Also known as an acceptance test procedure, these types of tests are developed to verify that the cable does the job it’s intended to do. Functional tests may involve plugging the cable into a mating assembly and applying power, it may involve movement or flexure of the cable or even driving high-resolution video or high-speed data across the cable. What good is a custom cable if it does not perform the job it was designed to do?
Ultimately, it’s the responsibility of the design engineer and the end customer to agree upon the necessary functional tests that are required, and when they are performed. It’s then the job of the cable assembly manufacturer to help develop a plan to meet these requirements, and to design and create the necessary custom test fixtures.
In-Process Test Considerations
Industry best practices recommend that in-process inspection is performed at critical points in the assembly operation. For example, there are process points of no return where an operation cannot be easily reversed or reworked, and accordingly, it’s recommended to structure these in-process inspection points strategically before these events.
The famous carpenter’s proverb measure twice and cut once holds true for manufacturing since it’s necessary to properly plan before taking action. Common in-process tests that may require specialty fixtures include electrical measurements, length checks, flexibility tests, etc.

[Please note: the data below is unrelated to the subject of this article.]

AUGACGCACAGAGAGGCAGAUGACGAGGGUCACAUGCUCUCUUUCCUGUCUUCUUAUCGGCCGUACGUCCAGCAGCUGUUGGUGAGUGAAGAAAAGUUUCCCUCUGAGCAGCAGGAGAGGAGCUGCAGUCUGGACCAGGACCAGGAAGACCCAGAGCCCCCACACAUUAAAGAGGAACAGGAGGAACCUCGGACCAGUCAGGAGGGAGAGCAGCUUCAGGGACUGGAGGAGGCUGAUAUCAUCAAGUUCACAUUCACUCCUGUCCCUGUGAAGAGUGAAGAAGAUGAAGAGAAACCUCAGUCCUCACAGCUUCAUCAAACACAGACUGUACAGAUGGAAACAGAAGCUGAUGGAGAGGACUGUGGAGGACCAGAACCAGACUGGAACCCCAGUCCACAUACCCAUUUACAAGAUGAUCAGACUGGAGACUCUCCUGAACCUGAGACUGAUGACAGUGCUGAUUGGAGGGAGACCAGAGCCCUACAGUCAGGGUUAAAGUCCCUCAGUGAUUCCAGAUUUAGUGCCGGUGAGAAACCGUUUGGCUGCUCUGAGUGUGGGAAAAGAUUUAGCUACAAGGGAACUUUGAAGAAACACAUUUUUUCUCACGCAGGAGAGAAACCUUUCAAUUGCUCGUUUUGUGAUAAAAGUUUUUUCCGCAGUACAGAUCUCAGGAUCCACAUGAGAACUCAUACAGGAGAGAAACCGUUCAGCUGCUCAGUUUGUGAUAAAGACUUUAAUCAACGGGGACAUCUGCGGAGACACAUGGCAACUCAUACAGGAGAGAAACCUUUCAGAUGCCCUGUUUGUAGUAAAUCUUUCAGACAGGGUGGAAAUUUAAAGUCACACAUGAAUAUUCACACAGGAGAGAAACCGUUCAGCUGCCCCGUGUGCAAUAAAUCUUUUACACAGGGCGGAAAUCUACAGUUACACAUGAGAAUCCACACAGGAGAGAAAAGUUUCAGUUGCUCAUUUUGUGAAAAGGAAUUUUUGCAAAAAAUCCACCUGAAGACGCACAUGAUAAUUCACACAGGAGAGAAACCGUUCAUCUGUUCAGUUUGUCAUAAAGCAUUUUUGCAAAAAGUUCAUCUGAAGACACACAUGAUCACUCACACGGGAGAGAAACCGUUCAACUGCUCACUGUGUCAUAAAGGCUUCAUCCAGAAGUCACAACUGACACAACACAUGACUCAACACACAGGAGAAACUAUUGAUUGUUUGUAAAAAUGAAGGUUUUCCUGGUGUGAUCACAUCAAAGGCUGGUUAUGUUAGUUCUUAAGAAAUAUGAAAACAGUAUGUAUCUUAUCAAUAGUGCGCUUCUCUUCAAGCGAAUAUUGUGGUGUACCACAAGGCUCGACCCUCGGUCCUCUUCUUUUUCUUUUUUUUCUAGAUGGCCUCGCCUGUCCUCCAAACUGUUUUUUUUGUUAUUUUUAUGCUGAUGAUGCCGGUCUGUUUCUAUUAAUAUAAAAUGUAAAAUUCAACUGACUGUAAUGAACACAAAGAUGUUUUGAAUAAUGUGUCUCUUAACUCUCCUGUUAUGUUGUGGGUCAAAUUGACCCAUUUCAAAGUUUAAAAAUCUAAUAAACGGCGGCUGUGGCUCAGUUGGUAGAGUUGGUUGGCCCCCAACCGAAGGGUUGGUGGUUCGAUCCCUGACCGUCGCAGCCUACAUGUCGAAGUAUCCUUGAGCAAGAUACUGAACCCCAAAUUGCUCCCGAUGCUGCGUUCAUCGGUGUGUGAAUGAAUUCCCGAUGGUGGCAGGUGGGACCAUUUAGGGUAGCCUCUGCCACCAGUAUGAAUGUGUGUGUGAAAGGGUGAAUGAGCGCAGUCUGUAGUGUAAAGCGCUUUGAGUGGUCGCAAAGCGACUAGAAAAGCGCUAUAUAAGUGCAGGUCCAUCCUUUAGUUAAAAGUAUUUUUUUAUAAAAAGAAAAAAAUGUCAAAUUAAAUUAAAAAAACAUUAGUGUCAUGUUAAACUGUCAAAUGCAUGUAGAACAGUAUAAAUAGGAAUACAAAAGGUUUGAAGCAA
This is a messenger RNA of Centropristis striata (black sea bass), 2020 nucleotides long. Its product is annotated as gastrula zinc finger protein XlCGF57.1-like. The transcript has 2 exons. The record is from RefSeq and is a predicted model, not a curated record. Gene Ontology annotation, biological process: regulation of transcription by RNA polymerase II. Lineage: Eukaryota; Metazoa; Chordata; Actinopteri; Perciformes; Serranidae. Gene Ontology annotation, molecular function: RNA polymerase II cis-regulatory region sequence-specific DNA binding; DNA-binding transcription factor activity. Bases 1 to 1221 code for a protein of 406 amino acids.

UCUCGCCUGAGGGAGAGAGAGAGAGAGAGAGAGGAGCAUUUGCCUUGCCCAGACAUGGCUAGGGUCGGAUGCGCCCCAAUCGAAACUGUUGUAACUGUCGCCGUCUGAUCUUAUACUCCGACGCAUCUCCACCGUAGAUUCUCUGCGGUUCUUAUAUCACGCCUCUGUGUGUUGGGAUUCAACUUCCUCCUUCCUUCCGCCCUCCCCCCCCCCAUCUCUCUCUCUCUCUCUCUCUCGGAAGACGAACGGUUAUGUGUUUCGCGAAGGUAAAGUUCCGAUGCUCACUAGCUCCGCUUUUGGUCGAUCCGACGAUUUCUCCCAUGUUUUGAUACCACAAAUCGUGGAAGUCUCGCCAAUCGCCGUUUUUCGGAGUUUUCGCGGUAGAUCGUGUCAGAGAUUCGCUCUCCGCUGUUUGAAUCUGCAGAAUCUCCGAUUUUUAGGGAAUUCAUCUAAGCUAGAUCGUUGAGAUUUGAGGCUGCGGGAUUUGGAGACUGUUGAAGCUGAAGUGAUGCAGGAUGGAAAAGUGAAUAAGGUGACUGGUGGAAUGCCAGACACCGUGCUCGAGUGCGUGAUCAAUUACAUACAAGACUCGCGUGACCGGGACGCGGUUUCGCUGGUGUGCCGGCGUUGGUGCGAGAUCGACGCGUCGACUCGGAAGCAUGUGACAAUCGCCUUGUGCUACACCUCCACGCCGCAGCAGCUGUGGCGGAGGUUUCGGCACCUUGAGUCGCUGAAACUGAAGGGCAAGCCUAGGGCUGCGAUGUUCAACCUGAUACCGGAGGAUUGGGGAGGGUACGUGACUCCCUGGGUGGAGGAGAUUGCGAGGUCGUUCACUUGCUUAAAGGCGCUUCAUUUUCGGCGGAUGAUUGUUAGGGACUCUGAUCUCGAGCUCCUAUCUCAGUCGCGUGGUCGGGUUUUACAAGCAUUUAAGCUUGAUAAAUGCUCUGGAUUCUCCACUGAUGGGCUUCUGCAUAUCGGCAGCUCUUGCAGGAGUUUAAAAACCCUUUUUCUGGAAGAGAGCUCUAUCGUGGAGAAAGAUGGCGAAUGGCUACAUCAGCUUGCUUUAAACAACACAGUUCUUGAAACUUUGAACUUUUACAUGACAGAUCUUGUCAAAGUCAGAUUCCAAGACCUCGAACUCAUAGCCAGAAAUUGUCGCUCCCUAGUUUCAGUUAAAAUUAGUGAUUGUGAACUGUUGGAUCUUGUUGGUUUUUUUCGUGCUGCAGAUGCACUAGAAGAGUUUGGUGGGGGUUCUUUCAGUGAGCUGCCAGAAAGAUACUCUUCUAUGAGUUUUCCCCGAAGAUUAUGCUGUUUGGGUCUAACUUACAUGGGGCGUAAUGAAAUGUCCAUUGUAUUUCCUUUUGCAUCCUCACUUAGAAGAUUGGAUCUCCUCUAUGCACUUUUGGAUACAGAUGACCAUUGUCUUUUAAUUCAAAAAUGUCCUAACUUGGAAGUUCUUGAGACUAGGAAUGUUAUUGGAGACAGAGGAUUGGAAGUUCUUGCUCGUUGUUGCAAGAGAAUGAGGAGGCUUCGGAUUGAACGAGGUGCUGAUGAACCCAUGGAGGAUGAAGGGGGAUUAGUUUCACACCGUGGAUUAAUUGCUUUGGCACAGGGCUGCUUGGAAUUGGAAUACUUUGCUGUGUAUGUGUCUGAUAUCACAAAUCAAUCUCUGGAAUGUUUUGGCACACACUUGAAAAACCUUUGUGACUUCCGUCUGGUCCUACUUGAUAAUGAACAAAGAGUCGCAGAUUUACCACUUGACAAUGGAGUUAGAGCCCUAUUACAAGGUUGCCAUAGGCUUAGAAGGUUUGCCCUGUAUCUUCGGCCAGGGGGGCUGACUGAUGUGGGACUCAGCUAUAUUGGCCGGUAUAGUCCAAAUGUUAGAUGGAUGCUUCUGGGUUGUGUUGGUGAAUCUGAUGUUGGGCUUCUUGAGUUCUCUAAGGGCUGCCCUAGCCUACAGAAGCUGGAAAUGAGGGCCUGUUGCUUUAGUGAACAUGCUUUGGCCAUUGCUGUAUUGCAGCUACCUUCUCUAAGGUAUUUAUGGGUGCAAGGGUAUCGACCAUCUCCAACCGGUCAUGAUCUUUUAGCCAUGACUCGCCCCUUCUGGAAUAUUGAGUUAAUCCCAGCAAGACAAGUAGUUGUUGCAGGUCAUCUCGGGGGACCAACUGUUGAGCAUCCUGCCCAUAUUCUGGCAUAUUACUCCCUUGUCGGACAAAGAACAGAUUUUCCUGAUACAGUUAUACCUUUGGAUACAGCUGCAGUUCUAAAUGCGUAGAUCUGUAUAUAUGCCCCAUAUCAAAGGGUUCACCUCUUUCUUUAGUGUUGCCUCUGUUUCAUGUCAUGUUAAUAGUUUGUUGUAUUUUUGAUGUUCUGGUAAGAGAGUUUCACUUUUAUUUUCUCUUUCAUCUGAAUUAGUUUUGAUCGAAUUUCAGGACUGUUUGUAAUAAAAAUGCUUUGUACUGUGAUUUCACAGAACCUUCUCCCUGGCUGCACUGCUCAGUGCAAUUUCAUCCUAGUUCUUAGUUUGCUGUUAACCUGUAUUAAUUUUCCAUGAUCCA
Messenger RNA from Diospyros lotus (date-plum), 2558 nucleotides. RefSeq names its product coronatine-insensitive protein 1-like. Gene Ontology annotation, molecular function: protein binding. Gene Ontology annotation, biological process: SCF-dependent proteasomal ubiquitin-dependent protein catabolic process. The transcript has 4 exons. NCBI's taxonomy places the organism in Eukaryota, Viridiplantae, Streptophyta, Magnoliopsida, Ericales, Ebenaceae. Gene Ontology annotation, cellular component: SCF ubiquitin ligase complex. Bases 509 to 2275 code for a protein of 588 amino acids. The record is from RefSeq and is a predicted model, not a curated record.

Other in-process checks that are specific to Mil-DTL-38999 style connectors can involve making sure that any polarization features or mating keyways are properly configured. Many high-density circular connectors feature keyed slots to make sure there is proper alignment during the mating of assemblies. These features help ensure that correct pins match up to the corresponding sockets, with an example being that PIN 1 on the plug lines up with PIN 1 on the receptacle.
Additionally, since many of these finished cables can be bulky and cannot freely rotate, the connector orientations relative to one another (and relative to their mating connector) are equally important. Also called clocking orientation, design engineers will specify the degrees relative to a known datum to define all keyways and their clocking orientation (Figure 2). Typical clocking orientation tolerances are +/- 15 degrees. Building test fixtures to check in-process cables clocking orientation may be necessary to prove that the cable will properly fit within the next higher assembly.
Figure 2: Keyways in circular connectors are critical to ensure a proper alignment.
Other in-process tests and fixtures may be necessary to measure the overall length of the harness, and check that any breakouts or splits in the cable are located properly.
Concerns for Developing Custom Test Fixtures
Since custom test fixtures are expensive and considering the fact that they will take time and resources to build, it’s important to properly plan out each individual fixture (Figure 3) that is necessary well before it’s actually going to be needed. Engineers will gather all project requirements and brainstorm the types of tests that are required. Reviewing the considerations below can help reduce time, cost, and risk from the looming testing needs for your new Mil-DTL-38999 cable harness.